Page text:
When a television show is good, well when it is to me, it’s like magic. It combines all these different, varying elements and creates this tale that draws me in, envelops me in this wave of unique storytelling and takes me on a journey that I don’t want to leave most of the time. That’s what good television is supposed to do, it whisks you away on a ride filled with joy, laughter, love, inspiration, and possibly some tears and anger, and sometimes even a combination of the two at the same time.
There are a lot of different things that I look for when it comes to the television shows I watch: well-written storylines, amazing dialogue, brilliant acting, well-crafted, complex and dynamic characters, especially female ones, and an insane chemistry between the leads. Throw in some action, a little bit of drama, and a dash of romance and I am all in.
This fall season of television has no disappointed in those aspects, offering up new and returning shows that check every single one of those boxes. On the flip side, some new and returning shows have fallen short of what I expected they could do so far this season. Without further ado, here’s my list of hits, misses, and surprise television shows this fall.
If there is one show you should be watching this fall it should be Pitch! I’m not kidding, you should be watching Pitch. Your friends should be watching Pitch. Your family should be watching Pitch. Everybody should be watching Pitch. This show is magic, not only because it combines all the different elements that I want and desire in a television show but it delivers it flawlessly with a side of baseball to boot. Ginny Baker, portrayed by the amazing Kylie Bunbury, is the first woman to play in Major League Baseball. Not only that she is also the first woman of colour to do so in this fictionalized version of our world and it’s pure magic. The story that is being told is significant in so many ways because it pushes us to think, to imagine, to aspire to a world that is more equal, more diverse, and more open to change. Ginny Baker is a role model and the characters around her, from her catcher Mike Lawson to her agent Amelia Slater, to Evelyn and Blip Sanders, all add to that equation and the show. Pitch is a brilliant television show and if you aren’t watching, you really should.
Time travelling television shows are hard to do, just ask Legends of Tomorrow, actually don’t, LoT is a bad example and I’m sorry for mentioning it. They are quite hard to do because it concerns time, and time is a hard concept to capture in a television series. Do you go with a linear timeline? Multiple universe timelines? A consequence filled timeline? Or a wibbly wobbly timeline? Or all of it? There’s a lot to do and a lot to take into consideration and it’s almost never done entirely well. Timeless, however, has stumbled upon the perfect combination of great storytelling and handling the concept of time travel pretty well so far. From the different characters, especially the three main characters, to the handling of time travel and its consequences, to the weaving and bobbing storyline that keeps you on your toes, Timeless is excellently balanced and I was completely surprised by it. Definitely worth a chance if you’re looking for a time travelling show where the leads know not to fuck it all up, unlike Barry Allen.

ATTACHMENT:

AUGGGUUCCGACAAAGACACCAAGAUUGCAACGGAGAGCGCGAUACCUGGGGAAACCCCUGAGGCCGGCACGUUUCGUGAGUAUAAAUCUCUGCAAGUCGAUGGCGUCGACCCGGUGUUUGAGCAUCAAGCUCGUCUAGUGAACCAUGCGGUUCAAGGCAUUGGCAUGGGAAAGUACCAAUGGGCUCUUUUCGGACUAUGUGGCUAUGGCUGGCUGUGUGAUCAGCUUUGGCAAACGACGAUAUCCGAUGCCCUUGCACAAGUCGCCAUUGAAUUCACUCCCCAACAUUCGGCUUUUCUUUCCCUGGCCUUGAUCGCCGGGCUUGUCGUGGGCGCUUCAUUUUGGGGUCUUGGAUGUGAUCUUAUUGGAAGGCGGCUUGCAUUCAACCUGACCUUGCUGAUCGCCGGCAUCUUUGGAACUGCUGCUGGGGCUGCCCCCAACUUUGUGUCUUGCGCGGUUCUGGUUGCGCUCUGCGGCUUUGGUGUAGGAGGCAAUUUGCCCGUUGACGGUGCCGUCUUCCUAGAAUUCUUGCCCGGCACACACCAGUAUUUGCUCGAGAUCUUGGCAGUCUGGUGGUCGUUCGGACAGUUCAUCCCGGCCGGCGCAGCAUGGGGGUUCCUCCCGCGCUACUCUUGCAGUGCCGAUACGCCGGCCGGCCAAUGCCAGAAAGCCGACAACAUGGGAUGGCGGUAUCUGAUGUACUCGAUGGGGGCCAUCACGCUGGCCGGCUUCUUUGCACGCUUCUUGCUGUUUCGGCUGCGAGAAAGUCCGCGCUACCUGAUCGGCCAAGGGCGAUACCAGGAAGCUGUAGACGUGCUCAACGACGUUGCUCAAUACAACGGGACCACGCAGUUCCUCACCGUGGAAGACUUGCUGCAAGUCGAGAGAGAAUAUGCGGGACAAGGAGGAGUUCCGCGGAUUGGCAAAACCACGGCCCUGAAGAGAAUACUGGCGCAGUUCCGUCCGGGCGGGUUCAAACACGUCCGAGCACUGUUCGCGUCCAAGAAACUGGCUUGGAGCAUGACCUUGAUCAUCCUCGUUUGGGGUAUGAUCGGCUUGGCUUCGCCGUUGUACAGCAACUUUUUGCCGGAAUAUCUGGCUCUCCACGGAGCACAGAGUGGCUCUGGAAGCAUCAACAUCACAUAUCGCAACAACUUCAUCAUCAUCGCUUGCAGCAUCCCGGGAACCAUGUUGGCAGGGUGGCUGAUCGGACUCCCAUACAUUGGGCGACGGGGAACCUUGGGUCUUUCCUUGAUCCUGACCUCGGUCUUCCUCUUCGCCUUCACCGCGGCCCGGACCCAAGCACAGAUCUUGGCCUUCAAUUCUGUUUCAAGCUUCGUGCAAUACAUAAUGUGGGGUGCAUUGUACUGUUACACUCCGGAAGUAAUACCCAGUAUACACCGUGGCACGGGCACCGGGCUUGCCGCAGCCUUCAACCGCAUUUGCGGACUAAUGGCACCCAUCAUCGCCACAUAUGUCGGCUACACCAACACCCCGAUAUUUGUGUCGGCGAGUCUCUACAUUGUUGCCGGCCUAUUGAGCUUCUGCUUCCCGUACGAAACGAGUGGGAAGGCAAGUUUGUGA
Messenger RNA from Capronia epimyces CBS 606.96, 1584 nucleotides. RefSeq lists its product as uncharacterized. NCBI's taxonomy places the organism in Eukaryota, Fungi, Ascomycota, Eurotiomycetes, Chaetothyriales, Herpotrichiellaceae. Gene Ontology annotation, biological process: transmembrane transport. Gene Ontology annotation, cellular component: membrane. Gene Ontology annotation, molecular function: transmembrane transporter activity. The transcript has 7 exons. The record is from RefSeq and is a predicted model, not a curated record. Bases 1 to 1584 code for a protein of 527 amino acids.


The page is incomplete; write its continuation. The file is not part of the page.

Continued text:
I had truly hoped that Conviction would live up to the hype that was surrounding the show, especially with the likes of Hayley Atwell leading it. (RIP Agent Carter.) Unfortunately, the pilot didn’t grab me, it honestly barely held me for the entire hour. On paper, I should have really enjoyed it. It’s driven by a complex female character, it has a great Scooby gang of supporting characters, it’s a legal drama about cases that have fallen through the cracks of the US Justice system. It has all of these different things but I just could not connect with the story it was trying to tell. Hayley Atwell portrays Hayes Morrison a former first daughter, turned lawyer, and now turned blackmailed head of New York City’s newest legal unit. I should’ve enjoyed the show for all intents and purposes but there was just no spark and like any relationship with no spark, I dropped it like a funky smelling piece of sushi.
Lucifer returned for its second season this fall and it has it been an absolute delight to watch. The introduction of Lucifer’s mum, played by Tricia Helfer, has brought this whole new dynamic to the show and its characters, especially to Lucifer. I’m excited to see what happens each and every episode, all of which have been ace so far this season. From showcasing each and every character and their complexities to their interactions with one another, especially the female characters, to the procedural cases and the overarching storyline this season, Lucifer has, so far, seemed to have avoided the sophomore slump, in my opinion. I want to see the continued exploration of Lucifer’s relationship with his mother, father, and brother. I want to see more of Maze continuing to discover the world and gaining more agency. I want to see how Chloe continue to tackle being a detective, a single mother, and friend to Lucifer. I want to know why Amenadiel is losing his wings. I want to see more interaction between Linda and Amenadiel. I want to see more and that’s a really good sign for the second season of Lucifer.